Technology isn’t just something for geeks to worry about


If you Google ‘Ed Miliband,’ you quickly get the old stuff about him being a bit of geek. His appearance at Google’s big Tent on Wednesday almost begged the headline “Geek Goes Home”.

But that assumes technology is just something for geeks to worry about, and that Ed is a techie.

Neither are true.

What we saw on Wednesday was a leader with the courage to tell Google straight that it should live up to its founding principles on the issue of tax avoidance. Google has about half of all internet advertising revenue – it should pay something for the Government services that educate their staff, provide a transport infrastructure for them to get to work and looks after them if they get sick.

But if Ed turned out to be less of a geek than some think, he is also someone who thinks technology is central to an economic recovery made by the many and rebuilding Britain as a country where everyone can play their part.

So it is important that what he said in his speech on Wednesday on tax avoidance does not obscure what he said about the opportunities and challenges of the digital age.

He understands that this is a time rich with opportunities, loaded with threats and that Governments cannot leave it to Google, Amazon and Apple to fight it out in a tax free cloud as to who shapes our future.

It needs active Government and Ed has shown he is thinking through the policy implications.

The last Labour Government saw the potential to do more for less by moving from expensive paper based bureaucracy to digital services. It knew that to make those savings it needed more people online and paid Online Centres to fix it in conjunction with Martha Lane Fox as digital champion. This Government has continued that work, taken forward the open data agenda that began under Gordon Brown and commissioned the Hargreaves Review to examine the UK’s complex intellectual property framework.

But where is the complete strategy?

No major economy has a bigger proportion of GDP generated on online. The UK is a leader in creating and designing digitally – from Tim Berners-Lee to Jony Ive. It has the ideas and the consumers and yet UK digital businesses still have to go to the US to find the private equity investors to help them grow into global businesses. The City of London wants to remain a leading global financial centre but it doesn’t “get” digital. Where is the future in that? Labour’s proposals for a British Investment Bank, supported by a network of regional banks, will begin to fill this gap.

As well as finance the digital economy will need skills. Coding skills are an important gap. But employees also now need high levels of creativity, collaboration and communication because of the disruptive effect of technology on industry. The digital world needs a flexibility that the industrial world designed out. And yet, as Ed Miliband argued on Wednesday, our education system remains ever more firmly rooted in the needs of the Industrial Age, with ever more narrowing of the curriculum and the stifling of creativity and lateral thinking.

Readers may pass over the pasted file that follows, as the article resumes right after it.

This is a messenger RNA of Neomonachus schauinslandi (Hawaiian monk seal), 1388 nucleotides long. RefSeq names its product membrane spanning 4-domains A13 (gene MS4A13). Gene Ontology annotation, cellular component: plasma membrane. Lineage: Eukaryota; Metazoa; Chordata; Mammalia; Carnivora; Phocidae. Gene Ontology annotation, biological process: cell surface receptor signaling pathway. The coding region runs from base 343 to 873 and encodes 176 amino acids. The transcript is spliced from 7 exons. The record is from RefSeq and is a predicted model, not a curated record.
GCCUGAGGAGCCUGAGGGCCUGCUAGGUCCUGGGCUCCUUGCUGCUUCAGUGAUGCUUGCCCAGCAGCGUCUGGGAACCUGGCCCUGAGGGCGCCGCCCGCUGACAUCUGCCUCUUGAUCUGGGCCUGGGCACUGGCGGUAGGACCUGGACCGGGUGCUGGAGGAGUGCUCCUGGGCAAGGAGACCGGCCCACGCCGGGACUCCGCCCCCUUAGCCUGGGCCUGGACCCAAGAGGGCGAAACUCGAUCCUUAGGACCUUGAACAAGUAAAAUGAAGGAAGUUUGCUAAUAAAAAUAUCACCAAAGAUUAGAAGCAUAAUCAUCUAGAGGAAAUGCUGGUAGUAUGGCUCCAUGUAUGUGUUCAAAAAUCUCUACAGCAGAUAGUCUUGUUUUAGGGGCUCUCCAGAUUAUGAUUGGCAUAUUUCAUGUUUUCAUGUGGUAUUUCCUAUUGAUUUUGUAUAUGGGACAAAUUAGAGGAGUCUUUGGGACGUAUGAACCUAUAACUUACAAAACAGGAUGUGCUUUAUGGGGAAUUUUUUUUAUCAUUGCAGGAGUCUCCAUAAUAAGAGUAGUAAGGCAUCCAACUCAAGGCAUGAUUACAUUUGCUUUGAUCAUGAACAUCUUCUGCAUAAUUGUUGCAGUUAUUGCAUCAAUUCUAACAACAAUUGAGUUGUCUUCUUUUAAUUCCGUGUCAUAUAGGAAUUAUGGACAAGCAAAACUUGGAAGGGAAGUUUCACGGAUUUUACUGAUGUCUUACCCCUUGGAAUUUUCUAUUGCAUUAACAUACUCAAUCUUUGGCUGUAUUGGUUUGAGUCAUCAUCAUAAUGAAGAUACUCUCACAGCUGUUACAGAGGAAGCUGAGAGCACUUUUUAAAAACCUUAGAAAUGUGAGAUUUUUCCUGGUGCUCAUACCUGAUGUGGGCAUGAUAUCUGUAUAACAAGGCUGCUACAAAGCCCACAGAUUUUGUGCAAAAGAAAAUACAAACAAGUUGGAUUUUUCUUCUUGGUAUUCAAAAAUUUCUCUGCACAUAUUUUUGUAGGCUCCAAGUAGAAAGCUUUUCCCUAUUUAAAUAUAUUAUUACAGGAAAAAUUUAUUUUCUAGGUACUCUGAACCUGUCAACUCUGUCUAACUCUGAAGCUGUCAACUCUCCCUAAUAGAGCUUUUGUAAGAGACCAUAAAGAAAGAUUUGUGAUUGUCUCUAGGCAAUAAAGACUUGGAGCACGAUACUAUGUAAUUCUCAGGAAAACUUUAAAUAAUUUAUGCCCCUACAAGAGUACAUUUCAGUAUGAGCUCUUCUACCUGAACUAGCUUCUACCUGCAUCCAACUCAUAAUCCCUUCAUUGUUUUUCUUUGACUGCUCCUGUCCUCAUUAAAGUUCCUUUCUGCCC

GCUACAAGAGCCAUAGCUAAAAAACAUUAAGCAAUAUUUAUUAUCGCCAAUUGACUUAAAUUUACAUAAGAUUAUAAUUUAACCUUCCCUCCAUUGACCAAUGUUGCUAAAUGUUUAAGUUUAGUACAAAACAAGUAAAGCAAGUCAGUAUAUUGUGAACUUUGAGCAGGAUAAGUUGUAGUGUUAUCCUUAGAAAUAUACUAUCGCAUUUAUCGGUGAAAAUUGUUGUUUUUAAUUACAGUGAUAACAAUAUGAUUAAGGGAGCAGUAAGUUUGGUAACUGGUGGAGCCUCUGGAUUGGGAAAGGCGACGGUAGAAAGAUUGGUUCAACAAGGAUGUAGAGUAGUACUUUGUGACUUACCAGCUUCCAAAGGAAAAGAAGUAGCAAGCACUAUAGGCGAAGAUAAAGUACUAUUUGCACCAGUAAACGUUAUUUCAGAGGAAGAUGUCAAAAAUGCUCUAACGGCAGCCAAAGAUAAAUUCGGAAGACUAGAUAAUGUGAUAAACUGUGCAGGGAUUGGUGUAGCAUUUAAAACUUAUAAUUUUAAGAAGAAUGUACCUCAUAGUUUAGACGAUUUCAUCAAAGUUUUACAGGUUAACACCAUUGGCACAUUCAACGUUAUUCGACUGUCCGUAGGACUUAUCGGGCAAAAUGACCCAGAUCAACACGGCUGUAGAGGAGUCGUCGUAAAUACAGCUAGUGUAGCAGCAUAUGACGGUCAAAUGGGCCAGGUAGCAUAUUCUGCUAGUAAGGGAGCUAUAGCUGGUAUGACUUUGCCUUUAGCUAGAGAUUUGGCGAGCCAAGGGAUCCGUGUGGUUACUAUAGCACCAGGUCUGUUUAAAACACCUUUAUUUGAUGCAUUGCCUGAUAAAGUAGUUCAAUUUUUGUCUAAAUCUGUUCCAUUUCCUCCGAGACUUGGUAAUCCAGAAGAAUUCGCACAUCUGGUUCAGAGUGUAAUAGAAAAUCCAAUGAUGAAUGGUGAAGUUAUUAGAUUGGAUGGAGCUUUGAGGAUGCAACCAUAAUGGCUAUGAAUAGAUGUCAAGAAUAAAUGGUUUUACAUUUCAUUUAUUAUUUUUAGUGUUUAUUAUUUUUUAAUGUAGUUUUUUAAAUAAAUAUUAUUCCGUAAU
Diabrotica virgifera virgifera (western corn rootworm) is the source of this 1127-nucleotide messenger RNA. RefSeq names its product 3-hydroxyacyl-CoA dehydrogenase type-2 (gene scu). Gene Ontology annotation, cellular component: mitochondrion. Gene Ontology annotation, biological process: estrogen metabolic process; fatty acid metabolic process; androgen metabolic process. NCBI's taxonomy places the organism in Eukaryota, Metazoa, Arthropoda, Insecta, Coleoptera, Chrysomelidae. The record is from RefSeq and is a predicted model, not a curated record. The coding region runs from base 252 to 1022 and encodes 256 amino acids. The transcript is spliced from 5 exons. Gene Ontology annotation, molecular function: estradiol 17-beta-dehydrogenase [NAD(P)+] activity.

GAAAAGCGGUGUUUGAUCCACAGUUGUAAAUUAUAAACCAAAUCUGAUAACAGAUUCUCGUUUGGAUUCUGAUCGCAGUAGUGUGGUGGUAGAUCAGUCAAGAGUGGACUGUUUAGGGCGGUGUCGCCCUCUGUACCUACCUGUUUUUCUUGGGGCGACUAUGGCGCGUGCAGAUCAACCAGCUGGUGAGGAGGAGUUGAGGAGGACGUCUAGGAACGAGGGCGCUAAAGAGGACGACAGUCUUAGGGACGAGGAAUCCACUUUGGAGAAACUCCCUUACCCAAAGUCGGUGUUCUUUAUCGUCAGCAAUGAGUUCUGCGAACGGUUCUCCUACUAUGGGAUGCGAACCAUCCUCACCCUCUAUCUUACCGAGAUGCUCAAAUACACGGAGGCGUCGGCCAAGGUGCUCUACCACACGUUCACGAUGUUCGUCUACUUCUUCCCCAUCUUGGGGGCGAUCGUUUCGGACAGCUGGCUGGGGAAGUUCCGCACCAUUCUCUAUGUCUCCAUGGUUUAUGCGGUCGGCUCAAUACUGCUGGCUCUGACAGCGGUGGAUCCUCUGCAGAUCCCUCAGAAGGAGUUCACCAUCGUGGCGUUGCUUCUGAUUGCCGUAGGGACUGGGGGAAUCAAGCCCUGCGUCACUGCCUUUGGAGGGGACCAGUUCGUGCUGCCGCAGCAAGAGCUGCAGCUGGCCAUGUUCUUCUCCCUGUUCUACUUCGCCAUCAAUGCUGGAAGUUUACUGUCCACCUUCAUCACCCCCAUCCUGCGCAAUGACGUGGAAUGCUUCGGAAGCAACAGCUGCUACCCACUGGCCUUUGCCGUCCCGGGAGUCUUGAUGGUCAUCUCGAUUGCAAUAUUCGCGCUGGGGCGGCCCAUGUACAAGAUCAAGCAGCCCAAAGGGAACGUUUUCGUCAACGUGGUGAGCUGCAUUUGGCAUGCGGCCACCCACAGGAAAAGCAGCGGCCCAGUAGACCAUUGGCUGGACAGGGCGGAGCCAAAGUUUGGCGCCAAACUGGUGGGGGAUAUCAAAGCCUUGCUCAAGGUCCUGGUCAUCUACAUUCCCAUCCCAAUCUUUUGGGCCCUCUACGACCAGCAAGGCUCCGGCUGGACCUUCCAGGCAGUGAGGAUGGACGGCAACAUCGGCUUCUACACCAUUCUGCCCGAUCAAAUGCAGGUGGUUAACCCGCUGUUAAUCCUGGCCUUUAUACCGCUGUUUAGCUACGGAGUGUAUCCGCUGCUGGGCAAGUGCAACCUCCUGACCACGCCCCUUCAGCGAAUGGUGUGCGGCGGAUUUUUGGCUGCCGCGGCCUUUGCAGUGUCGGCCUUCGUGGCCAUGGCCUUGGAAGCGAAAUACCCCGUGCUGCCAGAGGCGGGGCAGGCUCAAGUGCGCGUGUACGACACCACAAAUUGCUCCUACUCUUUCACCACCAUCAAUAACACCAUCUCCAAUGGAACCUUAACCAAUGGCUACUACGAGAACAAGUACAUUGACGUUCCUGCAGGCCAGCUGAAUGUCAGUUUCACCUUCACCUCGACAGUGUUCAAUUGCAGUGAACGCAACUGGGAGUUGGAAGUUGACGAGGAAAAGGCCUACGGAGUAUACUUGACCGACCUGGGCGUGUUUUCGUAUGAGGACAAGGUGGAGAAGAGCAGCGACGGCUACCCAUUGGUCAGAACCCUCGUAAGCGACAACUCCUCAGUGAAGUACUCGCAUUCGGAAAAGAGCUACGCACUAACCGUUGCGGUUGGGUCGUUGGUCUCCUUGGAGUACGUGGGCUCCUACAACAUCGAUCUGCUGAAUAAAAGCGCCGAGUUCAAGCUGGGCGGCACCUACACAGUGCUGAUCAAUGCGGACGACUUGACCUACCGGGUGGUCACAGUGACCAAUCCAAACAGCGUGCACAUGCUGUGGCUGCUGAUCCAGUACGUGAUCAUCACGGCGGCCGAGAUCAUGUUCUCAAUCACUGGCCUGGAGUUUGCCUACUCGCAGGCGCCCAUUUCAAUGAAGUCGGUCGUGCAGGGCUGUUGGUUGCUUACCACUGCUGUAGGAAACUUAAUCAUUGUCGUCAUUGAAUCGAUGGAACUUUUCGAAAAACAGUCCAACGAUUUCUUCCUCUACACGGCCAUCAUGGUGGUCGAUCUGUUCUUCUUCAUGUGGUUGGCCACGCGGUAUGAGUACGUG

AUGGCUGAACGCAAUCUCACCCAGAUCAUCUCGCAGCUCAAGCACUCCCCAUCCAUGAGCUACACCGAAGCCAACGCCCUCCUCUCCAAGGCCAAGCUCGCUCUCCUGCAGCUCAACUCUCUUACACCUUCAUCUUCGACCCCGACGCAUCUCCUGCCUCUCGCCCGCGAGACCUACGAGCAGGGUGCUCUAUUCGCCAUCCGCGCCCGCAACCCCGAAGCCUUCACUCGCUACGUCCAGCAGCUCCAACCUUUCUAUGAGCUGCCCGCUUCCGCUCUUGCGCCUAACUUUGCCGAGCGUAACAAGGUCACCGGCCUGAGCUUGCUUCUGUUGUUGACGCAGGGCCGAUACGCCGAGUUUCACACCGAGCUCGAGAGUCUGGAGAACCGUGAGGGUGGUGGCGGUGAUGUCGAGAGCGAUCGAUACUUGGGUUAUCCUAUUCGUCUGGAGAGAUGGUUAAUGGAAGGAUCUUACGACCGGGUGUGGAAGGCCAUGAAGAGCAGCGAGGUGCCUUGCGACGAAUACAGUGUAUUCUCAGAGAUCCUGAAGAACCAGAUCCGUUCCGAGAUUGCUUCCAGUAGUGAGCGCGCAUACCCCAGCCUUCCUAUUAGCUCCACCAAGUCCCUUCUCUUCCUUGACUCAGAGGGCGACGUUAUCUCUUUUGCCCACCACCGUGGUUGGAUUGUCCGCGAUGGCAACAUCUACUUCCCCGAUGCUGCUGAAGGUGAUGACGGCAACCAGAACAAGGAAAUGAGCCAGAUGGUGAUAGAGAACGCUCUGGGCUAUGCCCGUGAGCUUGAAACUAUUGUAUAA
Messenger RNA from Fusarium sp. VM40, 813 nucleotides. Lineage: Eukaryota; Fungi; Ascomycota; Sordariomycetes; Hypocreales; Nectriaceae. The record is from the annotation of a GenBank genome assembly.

Google has been at the forefront of the open source movement and has in turn opened up access to knowledge and information in a revolutionary way. That is to be welcomed and is giving people the ability to understand more, to design new products and services, to innovate. At the same time the very creativity and innovation that is stimulated by open source is at risk from achieving scale by the piracy of intellectual property that our regulation struggles or keep up with. The music industry is more worried about Google’s YouTube than anything else. The protection of intellectual property needs very sensitive handling.

And finally we need to guard the public interest as the new digital establishment emerges from the disruption of the analogue establishment. According to Moody’s last month, Apple, Google, Microsoft, Cisco and Pfizer are the five leading tech companies holding cash reserves amounting to $347 billion. The UK’s in 2011 were $94.5 billion. The Government should be doing more to secure international agreement on re-writing the tax rules for these footloose multinational corporations. And Ed is right to say that Labour would act unilaterally on this issue of tax avoidance if there is no agreement.

Jim Knight is a Labour member of the House of Lords and Chair of the Online Centres Foundation

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